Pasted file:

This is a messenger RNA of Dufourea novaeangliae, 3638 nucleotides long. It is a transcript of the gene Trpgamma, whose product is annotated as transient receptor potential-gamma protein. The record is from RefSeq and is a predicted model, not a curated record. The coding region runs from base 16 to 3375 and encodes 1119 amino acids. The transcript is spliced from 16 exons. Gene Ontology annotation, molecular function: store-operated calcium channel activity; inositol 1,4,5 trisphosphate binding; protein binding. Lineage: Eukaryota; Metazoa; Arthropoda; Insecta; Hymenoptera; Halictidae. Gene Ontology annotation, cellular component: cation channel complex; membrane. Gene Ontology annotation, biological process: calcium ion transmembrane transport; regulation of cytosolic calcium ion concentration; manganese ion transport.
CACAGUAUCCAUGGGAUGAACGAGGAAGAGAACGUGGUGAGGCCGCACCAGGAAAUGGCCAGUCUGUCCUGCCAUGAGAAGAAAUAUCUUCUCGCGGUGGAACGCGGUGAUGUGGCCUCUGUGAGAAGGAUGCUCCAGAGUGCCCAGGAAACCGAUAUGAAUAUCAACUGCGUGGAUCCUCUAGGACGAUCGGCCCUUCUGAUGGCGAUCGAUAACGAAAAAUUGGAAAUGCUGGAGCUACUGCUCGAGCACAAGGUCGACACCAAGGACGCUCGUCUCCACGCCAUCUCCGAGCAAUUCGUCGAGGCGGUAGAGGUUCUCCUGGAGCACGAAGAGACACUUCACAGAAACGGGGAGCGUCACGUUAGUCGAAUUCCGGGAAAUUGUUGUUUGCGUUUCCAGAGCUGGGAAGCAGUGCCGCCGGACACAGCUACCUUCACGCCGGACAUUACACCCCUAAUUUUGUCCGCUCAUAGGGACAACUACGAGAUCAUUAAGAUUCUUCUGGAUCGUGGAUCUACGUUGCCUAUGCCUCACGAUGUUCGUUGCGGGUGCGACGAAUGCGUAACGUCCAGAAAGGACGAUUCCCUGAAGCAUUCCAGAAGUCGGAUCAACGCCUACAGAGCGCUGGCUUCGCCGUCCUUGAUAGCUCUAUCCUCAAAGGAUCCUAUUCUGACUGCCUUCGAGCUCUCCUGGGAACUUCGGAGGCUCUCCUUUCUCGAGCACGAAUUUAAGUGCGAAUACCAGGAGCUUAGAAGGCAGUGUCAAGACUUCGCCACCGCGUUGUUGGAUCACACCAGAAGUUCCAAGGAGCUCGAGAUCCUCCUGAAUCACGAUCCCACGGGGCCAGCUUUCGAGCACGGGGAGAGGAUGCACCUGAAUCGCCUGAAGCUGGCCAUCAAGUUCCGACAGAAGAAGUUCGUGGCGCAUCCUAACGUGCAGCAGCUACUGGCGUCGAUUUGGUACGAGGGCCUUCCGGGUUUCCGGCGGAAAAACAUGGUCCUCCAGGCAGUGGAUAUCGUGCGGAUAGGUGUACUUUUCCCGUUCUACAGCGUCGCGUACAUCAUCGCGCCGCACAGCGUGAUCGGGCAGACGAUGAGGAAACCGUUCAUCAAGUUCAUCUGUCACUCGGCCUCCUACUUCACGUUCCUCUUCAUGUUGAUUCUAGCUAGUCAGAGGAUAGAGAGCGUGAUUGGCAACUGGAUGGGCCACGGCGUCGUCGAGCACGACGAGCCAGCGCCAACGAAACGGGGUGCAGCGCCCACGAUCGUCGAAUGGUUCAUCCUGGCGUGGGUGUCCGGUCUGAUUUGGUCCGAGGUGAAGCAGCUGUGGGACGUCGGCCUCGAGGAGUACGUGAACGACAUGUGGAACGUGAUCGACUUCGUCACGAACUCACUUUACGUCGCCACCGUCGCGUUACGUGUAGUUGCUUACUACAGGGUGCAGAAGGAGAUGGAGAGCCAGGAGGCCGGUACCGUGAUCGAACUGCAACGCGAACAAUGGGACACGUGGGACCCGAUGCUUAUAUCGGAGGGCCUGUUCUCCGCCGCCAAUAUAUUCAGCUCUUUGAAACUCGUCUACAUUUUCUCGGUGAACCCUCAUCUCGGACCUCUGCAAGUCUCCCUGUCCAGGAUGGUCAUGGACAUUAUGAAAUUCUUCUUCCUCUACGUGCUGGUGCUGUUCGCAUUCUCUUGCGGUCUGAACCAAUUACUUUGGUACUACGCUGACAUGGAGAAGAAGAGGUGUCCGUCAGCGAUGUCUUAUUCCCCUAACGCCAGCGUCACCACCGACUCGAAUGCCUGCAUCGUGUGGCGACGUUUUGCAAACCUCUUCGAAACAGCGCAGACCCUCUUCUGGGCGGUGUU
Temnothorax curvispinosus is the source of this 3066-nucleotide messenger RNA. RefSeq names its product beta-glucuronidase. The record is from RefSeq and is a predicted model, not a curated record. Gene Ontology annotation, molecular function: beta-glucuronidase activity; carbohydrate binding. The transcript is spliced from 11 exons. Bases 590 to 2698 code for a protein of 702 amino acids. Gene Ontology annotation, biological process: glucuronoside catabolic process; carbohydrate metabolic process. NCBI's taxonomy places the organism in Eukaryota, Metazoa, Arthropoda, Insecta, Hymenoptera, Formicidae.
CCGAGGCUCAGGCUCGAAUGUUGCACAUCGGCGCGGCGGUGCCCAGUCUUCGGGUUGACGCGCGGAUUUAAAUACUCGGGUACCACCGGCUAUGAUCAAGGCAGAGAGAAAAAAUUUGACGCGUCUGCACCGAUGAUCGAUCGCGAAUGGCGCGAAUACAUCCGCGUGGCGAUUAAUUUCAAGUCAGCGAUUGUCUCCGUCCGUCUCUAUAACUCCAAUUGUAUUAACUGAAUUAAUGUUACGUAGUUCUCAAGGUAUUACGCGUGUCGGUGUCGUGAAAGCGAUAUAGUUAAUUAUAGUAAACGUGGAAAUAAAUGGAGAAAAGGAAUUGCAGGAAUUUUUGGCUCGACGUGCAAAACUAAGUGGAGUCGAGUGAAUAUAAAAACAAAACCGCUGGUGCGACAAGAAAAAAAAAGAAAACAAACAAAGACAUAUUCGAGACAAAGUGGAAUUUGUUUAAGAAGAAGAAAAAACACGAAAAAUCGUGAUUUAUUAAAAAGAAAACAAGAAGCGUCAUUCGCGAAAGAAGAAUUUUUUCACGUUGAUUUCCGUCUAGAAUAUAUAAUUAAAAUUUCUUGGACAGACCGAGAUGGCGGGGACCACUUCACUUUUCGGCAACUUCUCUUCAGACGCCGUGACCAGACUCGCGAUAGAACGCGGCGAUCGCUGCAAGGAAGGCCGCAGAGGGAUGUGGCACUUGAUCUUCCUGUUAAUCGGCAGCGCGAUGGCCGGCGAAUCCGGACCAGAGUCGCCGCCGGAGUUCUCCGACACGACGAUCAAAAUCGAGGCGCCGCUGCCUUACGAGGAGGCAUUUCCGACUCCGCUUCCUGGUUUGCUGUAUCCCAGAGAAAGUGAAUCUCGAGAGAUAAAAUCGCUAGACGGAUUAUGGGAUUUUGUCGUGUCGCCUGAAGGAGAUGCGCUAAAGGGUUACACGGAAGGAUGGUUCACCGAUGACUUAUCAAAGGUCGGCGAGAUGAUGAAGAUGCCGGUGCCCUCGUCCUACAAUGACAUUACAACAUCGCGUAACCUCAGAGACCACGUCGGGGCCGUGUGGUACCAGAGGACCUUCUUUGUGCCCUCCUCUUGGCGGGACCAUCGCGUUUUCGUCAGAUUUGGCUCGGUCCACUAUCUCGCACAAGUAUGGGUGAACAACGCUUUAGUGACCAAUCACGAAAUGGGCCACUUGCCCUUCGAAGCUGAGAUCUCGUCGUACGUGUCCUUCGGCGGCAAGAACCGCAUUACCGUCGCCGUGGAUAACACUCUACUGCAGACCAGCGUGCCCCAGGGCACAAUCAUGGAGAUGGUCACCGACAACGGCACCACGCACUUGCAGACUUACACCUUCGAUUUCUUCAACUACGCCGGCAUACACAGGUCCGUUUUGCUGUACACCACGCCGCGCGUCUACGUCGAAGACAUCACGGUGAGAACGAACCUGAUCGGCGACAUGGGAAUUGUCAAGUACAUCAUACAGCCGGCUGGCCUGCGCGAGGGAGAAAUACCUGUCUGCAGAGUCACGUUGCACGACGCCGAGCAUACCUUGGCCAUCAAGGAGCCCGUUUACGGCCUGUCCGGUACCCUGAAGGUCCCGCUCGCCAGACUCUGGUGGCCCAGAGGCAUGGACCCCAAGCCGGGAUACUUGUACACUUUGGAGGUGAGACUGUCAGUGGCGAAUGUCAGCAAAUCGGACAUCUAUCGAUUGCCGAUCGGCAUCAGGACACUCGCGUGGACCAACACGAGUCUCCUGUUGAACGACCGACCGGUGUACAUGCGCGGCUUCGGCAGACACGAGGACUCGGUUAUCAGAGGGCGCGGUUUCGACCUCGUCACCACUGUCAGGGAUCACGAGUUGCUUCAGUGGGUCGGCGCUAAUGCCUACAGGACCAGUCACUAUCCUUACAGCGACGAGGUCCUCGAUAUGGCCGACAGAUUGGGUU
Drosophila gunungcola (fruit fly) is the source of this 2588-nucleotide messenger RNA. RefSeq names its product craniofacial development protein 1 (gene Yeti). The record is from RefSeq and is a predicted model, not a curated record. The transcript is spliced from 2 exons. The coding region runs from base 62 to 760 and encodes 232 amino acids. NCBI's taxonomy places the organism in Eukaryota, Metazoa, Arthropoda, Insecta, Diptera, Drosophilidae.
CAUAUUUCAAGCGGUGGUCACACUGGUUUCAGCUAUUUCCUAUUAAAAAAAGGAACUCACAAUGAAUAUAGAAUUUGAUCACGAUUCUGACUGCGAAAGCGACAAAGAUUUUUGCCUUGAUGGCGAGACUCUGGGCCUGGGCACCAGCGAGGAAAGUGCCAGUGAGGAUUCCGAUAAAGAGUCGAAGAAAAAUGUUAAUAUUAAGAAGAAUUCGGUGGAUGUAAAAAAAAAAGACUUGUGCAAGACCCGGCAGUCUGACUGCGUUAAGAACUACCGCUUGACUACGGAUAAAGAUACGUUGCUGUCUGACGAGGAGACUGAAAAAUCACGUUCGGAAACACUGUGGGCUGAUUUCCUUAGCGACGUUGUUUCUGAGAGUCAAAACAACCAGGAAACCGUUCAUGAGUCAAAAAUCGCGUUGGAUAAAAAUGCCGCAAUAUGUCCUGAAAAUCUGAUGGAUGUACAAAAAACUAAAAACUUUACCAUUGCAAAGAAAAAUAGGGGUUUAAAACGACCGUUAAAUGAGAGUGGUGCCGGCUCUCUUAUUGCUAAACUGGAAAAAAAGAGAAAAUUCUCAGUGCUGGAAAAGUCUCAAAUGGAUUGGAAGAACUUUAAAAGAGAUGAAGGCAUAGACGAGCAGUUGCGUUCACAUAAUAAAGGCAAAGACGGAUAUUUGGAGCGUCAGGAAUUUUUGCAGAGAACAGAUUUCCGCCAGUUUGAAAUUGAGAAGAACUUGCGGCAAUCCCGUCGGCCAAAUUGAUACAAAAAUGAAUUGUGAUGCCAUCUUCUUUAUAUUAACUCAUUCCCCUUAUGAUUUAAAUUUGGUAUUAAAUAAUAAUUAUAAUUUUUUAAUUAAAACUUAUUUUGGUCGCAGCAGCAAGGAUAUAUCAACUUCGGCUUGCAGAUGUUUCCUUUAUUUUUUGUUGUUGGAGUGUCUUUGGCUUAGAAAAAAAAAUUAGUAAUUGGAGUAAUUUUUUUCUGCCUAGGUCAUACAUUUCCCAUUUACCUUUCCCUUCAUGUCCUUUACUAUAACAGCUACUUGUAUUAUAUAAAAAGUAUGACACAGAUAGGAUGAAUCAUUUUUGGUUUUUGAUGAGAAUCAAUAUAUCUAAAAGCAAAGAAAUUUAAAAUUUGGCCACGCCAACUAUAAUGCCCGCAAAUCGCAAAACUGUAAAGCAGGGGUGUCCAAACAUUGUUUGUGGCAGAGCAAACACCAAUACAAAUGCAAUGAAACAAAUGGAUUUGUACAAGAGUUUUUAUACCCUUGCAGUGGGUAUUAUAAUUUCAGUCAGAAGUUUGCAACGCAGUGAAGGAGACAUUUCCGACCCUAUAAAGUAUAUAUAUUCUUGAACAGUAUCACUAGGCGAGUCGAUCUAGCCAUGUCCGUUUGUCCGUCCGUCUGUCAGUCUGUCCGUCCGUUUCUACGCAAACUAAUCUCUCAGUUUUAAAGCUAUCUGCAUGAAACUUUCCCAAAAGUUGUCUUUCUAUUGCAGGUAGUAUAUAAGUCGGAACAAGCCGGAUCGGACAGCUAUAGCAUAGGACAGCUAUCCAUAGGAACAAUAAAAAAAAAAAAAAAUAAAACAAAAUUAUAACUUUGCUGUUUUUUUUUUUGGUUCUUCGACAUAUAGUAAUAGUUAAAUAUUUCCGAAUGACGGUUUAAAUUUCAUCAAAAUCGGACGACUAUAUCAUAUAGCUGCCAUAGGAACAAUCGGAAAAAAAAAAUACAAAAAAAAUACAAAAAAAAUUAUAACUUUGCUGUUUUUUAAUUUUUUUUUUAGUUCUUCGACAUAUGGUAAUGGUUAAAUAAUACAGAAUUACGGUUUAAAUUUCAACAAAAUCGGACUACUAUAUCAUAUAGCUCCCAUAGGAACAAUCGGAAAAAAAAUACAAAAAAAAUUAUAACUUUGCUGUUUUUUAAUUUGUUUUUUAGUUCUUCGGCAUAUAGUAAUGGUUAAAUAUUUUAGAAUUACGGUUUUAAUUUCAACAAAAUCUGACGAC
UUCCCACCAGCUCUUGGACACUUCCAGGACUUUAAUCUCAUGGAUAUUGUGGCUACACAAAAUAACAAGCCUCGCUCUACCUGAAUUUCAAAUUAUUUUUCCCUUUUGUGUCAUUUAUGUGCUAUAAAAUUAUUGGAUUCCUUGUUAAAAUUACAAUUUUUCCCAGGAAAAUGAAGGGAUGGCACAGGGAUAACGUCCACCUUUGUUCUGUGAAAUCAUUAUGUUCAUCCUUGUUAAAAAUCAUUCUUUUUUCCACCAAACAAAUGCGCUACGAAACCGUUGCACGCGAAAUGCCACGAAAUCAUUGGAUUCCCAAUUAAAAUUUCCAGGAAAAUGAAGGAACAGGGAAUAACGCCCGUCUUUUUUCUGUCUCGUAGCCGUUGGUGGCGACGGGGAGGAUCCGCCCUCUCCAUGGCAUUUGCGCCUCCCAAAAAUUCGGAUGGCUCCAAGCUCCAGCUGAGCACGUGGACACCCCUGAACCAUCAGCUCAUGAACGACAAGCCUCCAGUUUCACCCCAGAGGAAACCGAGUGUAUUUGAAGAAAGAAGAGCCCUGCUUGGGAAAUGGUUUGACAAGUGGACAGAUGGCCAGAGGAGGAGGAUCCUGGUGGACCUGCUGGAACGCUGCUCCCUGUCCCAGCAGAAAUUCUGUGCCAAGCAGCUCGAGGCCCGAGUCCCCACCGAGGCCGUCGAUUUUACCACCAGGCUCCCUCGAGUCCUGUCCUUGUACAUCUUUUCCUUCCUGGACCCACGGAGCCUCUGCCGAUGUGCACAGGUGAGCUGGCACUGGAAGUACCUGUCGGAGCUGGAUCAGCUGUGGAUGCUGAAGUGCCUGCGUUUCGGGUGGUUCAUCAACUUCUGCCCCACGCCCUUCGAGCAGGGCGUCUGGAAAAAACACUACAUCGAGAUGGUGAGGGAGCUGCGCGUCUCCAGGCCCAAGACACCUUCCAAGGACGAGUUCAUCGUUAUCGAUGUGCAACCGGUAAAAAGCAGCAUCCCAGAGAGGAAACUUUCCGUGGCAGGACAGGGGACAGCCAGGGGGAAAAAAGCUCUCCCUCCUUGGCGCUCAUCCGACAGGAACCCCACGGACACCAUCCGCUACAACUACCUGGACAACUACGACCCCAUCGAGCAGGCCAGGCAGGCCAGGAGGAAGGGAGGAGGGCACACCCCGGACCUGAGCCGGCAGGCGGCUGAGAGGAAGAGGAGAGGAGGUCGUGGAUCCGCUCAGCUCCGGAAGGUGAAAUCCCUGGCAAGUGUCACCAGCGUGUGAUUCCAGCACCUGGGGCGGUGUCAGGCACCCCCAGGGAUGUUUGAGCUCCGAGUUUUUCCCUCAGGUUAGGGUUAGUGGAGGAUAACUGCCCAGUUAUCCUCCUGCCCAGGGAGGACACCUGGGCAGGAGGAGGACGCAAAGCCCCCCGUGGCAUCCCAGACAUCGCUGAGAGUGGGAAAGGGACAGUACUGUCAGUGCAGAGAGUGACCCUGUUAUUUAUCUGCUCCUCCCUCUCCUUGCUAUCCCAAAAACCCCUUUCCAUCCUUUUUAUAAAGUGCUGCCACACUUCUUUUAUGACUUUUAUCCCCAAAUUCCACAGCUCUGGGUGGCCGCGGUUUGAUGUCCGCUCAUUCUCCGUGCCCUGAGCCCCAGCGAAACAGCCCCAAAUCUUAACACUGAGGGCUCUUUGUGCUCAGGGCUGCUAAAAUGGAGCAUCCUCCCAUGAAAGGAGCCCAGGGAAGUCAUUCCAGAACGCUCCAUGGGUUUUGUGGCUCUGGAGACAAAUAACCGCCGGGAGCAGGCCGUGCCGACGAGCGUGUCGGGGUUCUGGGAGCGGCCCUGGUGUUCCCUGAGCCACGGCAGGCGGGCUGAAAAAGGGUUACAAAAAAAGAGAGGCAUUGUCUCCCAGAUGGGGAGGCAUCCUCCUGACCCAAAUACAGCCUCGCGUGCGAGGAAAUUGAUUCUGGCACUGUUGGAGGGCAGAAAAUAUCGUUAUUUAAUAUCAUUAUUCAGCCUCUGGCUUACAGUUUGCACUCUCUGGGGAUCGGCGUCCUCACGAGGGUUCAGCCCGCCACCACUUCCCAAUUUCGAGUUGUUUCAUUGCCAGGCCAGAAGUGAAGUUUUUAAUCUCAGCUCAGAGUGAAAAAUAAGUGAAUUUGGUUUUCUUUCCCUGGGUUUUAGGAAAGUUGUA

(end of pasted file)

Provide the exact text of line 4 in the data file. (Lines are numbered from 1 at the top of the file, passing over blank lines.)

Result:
CCGAGGCUCAGGCUCGAAUGUUGCACAUCGGCGCGGCGGUGCCCAGUCUUCGGGUUGACGCGCGGAUUUAAAUACUCGGGUACCACCGGCUAUGAUCAAGGCAGAGAGAAAAAAUUUGACGCGUCUGCACCGAUGAUCGAUCGCGAAUGGCGCGAAUACAUCCGCGUGGCGAUUAAUUUCAAGUCAGCGAUUGUCUCCGUCCGUCUCUAUAACUCCAAUUGUAUUAACUGAAUUAAUGUUACGUAGUUCUCAAGGUAUUACGCGUGUCGGUGUCGUGAAAGCGAUAUAGUUAAUUAUAGUAAACGUGGAAAUAAAUGGAGAAAAGGAAUUGCAGGAAUUUUUGGCUCGACGUGCAAAACUAAGUGGAGUCGAGUGAAUAUAAAAACAAAACCGCUGGUGCGACAAGAAAAAAAAAGAAAACAAACAAAGACAUAUUCGAGACAAAGUGGAAUUUGUUUAAGAAGAAGAAAAAACACGAAAAAUCGUGAUUUAUUAAAAAGAAAACAAGAAGCGUCAUUCGCGAAAGAAGAAUUUUUUCACGUUGAUUUCCGUCUAGAAUAUAUAAUUAAAAUUUCUUGGACAGACCGAGAUGGCGGGGACCACUUCACUUUUCGGCAACUUCUCUUCAGACGCCGUGACCAGACUCGCGAUAGAACGCGGCGAUCGCUGCAAGGAAGGCCGCAGAGGGAUGUGGCACUUGAUCUUCCUGUUAAUCGGCAGCGCGAUGGCCGGCGAAUCCGGACCAGAGUCGCCGCCGGAGUUCUCCGACACGACGAUCAAAAUCGAGGCGCCGCUGCCUUACGAGGAGGCAUUUCCGACUCCGCUUCCUGGUUUGCUGUAUCCCAGAGAAAGUGAAUCUCGAGAGAUAAAAUCGCUAGACGGAUUAUGGGAUUUUGUCGUGUCGCCUGAAGGAGAUGCGCUAAAGGGUUACACGGAAGGAUGGUUCACCGAUGACUUAUCAAAGGUCGGCGAGAUGAUGAAGAUGCCGGUGCCCUCGUCCUACAAUGACAUUACAACAUCGCGUAACCUCAGAGACCACGUCGGGGCCGUGUGGUACCAGAGGACCUUCUUUGUGCCCUCCUCUUGGCGGGACCAUCGCGUUUUCGUCAGAUUUGGCUCGGUCCACUAUCUCGCACAAGUAUGGGUGAACAACGCUUUAGUGACCAAUCACGAAAUGGGCCACUUGCCCUUCGAAGCUGAGAUCUCGUCGUACGUGUCCUUCGGCGGCAAGAACCGCAUUACCGUCGCCGUGGAUAACACUCUACUGCAGACCAGCGUGCCCCAGGGCACAAUCAUGGAGAUGGUCACCGACAACGGCACCACGCACUUGCAGACUUACACCUUCGAUUUCUUCAACUACGCCGGCAUACACAGGUCCGUUUUGCUGUACACCACGCCGCGCGUCUACGUCGAAGACAUCACGGUGAGAACGAACCUGAUCGGCGACAUGGGAAUUGUCAAGUACAUCAUACAGCCGGCUGGCCUGCGCGAGGGAGAAAUACCUGUCUGCAGAGUCACGUUGCACGACGCCGAGCAUACCUUGGCCAUCAAGGAGCCCGUUUACGGCCUGUCCGGUACCCUGAAGGUCCCGCUCGCCAGACUCUGGUGGCCCAGAGGCAUGGACCCCAAGCCGGGAUACUUGUACACUUUGGAGGUGAGACUGUCAGUGGCGAAUGUCAGCAAAUCGGACAUCUAUCGAUUGCCGAUCGGCAUCAGGACACUCGCGUGGACCAACACGAGUCUCCUGUUGAACGACCGACCGGUGUACAUGCGCGGCUUCGGCAGACACGAGGACUCGGUUAUCAGAGGGCGCGGUUUCGACCUCGUCACCACUGUCAGGGAUCACGAGUUGCUUCAGUGGGUCGGCGCUAAUGCCUACAGGACCAGUCACUAUCCUUACAGCGACGAGGUCCUCGAUAUGGCCGACAGAUUGGGUU